Law Fair 2004 an unprecedented success

Shiona Mackenzie

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The Hong Kong Convention and Exhibition Centre was brimming with people of all ages and nationalities from noon until 4 p.m. 7 February, and many of them had legal activities on their minds. Whether it was to land a summer placement with Clifford Chance, seek a career opportunity or investigate law programmes, some 100 people milled about Room 201, the venue for this year's Law Fair. CityU's School of Law (SLW) was represented, along with Hong Kong University and numerous international law firms, such as Deacons, Baker & McKenzie, and Minter Elison.

The SLW's Juris Doctor (JD) degree made its debut to a warm reception. As a first law degree for graduates in a non-law discipline, this new programme's attraction lies in the fact that it provides a fast route to an internationally accepted professional degree for leadership roles in commerce, government, and media, among others. "For example, my ambition is to become a Legco member," one student said, "and a law qualification is important for people in politics." The JD is also recognised for the purpose of applying for entry into the Postgraduate Certificate in Laws (PCLL) programme.

Perhaps most notable of all was the increased interest in the PCLL, already popular among working professionals studying in Part-time Mode. A part-time student remarked that he also enjoys an active social life with classmates; it's proving to be a good way to network and develop contacts. The PCLL prepares students holding a law degree or equivalent qualification, (CPE, for instance), to enter the legal profession as trainee solicitors, or as pupil barristers. The degree is looked upon favourably by students keen to gain practical experience. "One student told me today that her friends advised her to take up the PCLL at CityU rather than elsewhere, so she could try her hand at legal writing, such as actually drafting a contract," first-year PCLL student Frederick Chan explained. The practical aspect of the programme is appealing to students who want to start strong in this highly competitive field.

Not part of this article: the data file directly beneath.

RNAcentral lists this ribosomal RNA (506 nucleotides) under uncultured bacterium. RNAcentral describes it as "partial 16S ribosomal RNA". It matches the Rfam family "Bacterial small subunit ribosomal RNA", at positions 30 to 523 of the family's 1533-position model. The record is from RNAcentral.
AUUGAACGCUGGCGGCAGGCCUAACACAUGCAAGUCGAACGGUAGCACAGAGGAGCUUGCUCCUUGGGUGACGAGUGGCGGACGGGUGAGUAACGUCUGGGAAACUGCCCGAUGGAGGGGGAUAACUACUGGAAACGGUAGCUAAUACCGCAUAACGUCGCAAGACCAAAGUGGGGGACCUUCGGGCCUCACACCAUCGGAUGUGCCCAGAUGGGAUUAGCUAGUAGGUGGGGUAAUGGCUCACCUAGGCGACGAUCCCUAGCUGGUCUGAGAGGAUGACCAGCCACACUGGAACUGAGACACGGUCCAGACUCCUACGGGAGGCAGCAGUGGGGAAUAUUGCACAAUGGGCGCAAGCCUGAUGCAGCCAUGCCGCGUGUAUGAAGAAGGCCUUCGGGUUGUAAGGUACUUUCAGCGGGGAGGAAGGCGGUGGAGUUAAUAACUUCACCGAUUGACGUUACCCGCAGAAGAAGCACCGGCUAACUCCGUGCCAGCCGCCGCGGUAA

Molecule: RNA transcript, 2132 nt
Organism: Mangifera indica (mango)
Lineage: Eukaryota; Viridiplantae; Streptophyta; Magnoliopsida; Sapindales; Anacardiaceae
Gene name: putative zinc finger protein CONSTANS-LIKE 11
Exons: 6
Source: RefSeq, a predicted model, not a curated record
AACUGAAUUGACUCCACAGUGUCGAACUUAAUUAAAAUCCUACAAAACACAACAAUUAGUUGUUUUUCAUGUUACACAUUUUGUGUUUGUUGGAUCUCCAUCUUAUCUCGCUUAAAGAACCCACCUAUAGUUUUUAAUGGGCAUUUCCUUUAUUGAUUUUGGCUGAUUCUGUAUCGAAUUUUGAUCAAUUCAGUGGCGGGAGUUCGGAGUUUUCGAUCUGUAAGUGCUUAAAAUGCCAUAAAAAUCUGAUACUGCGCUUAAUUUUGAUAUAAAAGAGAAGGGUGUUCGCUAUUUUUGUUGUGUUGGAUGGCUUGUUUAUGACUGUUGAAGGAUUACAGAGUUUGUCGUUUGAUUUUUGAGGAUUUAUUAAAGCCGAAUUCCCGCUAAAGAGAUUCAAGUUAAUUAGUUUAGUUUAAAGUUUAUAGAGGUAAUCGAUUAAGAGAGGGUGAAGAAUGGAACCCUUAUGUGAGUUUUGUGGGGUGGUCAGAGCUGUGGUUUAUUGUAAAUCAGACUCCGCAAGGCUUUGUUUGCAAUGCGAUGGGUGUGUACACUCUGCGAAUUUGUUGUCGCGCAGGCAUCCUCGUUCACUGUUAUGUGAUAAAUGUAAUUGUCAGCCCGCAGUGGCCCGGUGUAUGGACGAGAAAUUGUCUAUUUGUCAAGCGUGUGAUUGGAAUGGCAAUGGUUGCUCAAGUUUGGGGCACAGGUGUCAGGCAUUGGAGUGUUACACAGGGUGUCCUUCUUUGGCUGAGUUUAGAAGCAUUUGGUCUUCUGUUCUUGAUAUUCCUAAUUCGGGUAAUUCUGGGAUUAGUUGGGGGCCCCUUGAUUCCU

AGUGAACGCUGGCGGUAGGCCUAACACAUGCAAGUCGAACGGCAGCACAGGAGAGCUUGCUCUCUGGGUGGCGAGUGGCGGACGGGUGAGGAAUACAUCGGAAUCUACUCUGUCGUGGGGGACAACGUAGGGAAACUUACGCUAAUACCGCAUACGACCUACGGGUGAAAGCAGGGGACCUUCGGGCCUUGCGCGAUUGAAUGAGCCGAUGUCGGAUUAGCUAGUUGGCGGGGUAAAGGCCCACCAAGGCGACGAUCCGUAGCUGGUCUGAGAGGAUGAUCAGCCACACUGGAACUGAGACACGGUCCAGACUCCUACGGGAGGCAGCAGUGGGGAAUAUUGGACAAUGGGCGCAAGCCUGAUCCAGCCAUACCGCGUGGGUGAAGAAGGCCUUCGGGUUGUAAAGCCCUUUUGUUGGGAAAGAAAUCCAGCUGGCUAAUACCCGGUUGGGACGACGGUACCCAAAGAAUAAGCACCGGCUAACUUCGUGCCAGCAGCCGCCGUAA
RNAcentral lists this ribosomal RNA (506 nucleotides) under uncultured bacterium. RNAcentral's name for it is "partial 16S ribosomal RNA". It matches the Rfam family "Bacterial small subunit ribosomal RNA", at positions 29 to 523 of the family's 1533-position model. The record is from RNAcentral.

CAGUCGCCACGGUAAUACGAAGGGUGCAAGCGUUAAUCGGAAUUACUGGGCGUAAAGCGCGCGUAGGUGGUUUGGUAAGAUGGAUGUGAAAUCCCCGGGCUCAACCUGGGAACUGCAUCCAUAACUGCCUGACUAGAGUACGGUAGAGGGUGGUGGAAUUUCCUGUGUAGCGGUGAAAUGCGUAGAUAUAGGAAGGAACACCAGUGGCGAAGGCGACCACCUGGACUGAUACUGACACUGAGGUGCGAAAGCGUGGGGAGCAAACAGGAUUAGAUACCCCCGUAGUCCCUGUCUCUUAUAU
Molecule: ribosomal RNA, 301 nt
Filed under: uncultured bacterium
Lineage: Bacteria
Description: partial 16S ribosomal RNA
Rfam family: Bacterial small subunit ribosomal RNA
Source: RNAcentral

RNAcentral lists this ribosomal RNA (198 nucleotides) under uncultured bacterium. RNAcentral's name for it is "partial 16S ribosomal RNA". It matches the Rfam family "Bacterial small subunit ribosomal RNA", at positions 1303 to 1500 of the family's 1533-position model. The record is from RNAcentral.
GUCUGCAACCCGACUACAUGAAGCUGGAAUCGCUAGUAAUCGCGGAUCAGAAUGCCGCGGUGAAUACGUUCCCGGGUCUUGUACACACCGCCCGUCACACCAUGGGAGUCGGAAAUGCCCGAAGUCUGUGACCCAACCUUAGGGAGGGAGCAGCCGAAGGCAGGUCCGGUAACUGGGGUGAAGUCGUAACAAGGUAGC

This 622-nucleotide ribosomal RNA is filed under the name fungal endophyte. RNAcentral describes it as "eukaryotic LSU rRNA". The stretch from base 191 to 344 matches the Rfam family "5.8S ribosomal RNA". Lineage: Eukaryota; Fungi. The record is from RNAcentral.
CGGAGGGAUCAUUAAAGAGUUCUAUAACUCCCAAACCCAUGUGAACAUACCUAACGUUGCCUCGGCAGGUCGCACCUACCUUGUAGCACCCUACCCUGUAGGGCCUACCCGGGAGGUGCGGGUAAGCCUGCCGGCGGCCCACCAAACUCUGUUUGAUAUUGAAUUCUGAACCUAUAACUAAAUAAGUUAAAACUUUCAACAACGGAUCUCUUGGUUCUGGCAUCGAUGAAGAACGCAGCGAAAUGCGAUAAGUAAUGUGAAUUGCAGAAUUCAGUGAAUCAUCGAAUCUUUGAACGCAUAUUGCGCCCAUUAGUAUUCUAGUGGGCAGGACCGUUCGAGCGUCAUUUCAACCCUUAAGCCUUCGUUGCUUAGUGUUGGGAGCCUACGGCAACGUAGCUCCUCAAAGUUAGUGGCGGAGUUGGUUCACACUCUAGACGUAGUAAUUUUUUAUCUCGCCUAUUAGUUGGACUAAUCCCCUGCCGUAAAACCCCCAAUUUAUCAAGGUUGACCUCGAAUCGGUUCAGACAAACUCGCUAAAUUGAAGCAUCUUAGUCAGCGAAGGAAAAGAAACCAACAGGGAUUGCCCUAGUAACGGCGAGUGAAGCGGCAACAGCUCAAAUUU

Law gaining popularity

The CityU booth was manned by several student volunteers, including Colin Sit, a part-time student presently working for the international law firm Herbert Smith, and Shen Han, an MPhil student from Shanghai. "By studying in Hong Kong, I hoped to gain exposure to more international law firms and cultures than I could in Shanghai," Shen said, "and the University's Chinese and comparative law research provides just that. CityU's mainland ties give the University a distinct advantage." When not busy explaining programmes and application procedures to prospective students, student volunteers Charles Chan and Nicky Tse took time to wander among the booths of the influential law firms distributing pens and pamphlets, and were pleasantly surprised to learn that an impressive number of prestigious firms have hired CityU graduates as practicing lawyers on a long-term basis.



According to SLW staff member Mary Chan, "Over 40 people had visited our booth and made enquiries within the first three hours of the Fair¡Xmore than last year."

Apparently some of them even wanted to apply on the spot, and all the application forms were snapped up. The law profession is more attractive than ever in Hong Kong, and the convenience and ambiance of the venue served to raise the profile of the annual Law Fair. The organizer of SLW's presence at the Fair this year was Assistant Professor Mrs Sharon Melloy, Solicitor, who is also a Committee Member of the Hong Kong Family Law Association.



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